Source: Nice Ride Minnesota.
Bike share staff and partners are always seeking new methods of drawing in diverse members, and open streets events are a big opportunity for bike share to make a splash.
In Atlanta, bike share and open streets work well together, since the main organizer of Atlanta Streets Alive is the Atlanta Bicycle Coalition, a primary community-based partner of Relay Bike Share. Atlanta Streets Alive happens three to four times a year.
Minneapolis has a series of seven to eight open streets events per year that provide an opportunity to showcase bike share. In 2015 alone, Open Streets Minneapolis saw 90,000 visitors across its several event days, and each open streets event can run two to three miles long.
Getting new users on bike share
One of the biggest benefits to featuring bike share at open streets events is that it introduces bike share to individuals who may not yet have tried it out.
At Atlanta Streets Alive, bike share operator CycleHop has used virtual hubs, where interested community members could try out Relay bikes within a specific radius.
“It was a really good fit for us,” says Rebecca Serna, executive director of the Atlanta Bicycle Coalition. “It met a key goal of our initiative — introduce people who don’t usually bike [to biking].”
Source: Erik Voss and the Atlanta Bicycle Coalition.
In Minneapolis, bike share staff and outreach partners also work hard to connect with residents at open streets events. The Nice Ride Minnesota bike share system is an essential sponsor of the 2017 events, and each route includes at least one bike share station in its path.
“We do our best to be at the station that is on the route,” says Tina Cho, Access Manager for Nice Ride Minnesota. “We set up a booth, talk to folks, and usually have a promotion, like a half-off month. We interact with the customers — if people don’t know about Nice Ride we’ll educate them.”
Cho emphasizes the importance of having demonstration bikes for passersby to try out. She says that in Minneapolis and St. Paul, biking isn’t necessarily the first mode of transportation that residents think about. “You have to actually show people. It’s just a matter of getting people on it,” says Cho.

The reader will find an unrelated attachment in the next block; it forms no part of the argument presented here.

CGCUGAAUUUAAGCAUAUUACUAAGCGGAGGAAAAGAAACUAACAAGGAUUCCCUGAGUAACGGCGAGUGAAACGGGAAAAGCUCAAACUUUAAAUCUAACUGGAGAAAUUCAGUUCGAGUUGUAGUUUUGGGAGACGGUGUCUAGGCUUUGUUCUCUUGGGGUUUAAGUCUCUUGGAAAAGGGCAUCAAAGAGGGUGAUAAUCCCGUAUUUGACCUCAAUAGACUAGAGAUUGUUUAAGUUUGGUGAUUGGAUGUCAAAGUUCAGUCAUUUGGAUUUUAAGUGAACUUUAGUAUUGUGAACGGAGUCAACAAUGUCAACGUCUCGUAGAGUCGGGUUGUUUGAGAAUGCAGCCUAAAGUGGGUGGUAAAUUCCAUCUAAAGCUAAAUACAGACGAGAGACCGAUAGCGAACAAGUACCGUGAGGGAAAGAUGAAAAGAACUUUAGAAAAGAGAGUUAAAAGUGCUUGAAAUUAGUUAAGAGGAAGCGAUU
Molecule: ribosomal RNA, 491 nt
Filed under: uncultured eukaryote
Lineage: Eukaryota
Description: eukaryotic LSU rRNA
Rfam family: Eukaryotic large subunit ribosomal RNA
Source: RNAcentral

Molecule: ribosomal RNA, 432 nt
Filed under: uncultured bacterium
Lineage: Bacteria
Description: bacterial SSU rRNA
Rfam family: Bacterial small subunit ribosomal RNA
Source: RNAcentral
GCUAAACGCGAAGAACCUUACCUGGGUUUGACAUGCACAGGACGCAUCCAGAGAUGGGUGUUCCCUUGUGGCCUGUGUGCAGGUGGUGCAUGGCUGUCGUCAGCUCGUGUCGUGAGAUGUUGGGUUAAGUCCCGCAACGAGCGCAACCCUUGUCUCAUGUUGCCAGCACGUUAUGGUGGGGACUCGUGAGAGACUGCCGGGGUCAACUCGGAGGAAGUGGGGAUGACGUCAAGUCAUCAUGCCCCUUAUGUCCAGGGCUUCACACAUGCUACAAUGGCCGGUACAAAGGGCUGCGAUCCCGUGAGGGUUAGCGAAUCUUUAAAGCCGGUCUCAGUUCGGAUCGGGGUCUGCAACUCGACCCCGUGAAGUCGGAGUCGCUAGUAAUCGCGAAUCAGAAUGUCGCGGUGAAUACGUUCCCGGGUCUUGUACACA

Overall, being out at a large community event like open streets allows for raising brand awareness, letting people try the bikes in a safe environment, and connecting with a wide cross-section of the community, including families.
Approaching open streets through partnership
Open streets events also provide an opportunity to build partnerships between bike share and other community organizations.
Serna shares, for example, how the organization BRAG Dream Team creates bike teams with grade school students who end up kicking off Atlanta Streets Alive with a bike parade. BRAG Dream Team also partners with the Atlanta Bike Champions on outreach activities. “A couple of Champions have taken on school outreach as something they want to work on,” says Serna.
Cho explains how partnerships play a role in Open Streets Minneapolis. “Last year, we had community garden tours using bike share bikes and leaving from our open streets stations.” She says the tours helped highlight community work in urban farming, as well as solidify partnerships between bike share and local organizations.
These examples show just a few of the opportunities for building community partnerships with open streets as a focal point.
Source: Erik Voss and the Atlanta Bicycle Coalition.
A venue for the whole community
Perhaps one of the most important principles of open streets is that it is meant to be for the entire community. This means that equity goals should be a natural fit.
Additionally, the safe and fun nature of open streets makes the event open to those who are particularly interested in the health and recreational benefits of biking.
“We have four pillars,” says Serna of her organization’s role hosting Atlanta Streets Alive. “Health is one of them. In some communities the health aspect is more important and more of a selling point than transportation.”
The health benefits are also important in Minneapolis, where bike share is often a part of the health and wellness section of Open Streets Minneapolis.
The health and wellness element also draws families with kids. While kids may have their own bikes (they are too young to be bike share members), parents may be interested in bike share to keep up with them.
“A lot of times you might have a family where only the kids have bikes,” says Serna.
Cho adds that “a lot of people use their [bike share] scholarship to use the bikes with their kids who already have bikes.” Bike share staff work to make sure that kids have plenty of activities to stay engaged at open streets events, by hosting bike races and rodeos.
At the very least, open streets provides a great venue for bike share visibility.
“People use bike share at the highest levels during open streets days, so there’s a lot of incentive for partnership,” says Serna. “It reinforces the seamless nature that we’re going for with bike share, especially if you can provide free or discounted pricing to increase accessibility.”
“It’s a great time to work out of the undecided market,” says Cho. “It’s also a vehicle to educate the public about various infrastructure changes. People can try it out, feel it for themselves. You don’t have the chance to do that very often.”
The Better Bike Share Partnership is a JPB Foundation-funded collaboration between the City of Philadelphia, the Bicycle Coalition of Greater Philadelphia, the National Association of City Transportation Officials (NACTO) and the PeopleForBikes Foundation to build equitable and replicable bike share systems. Follow us on Facebook, Twitter and Instagram or sign up for our weekly newsletter. Story tip? Write email@example.com.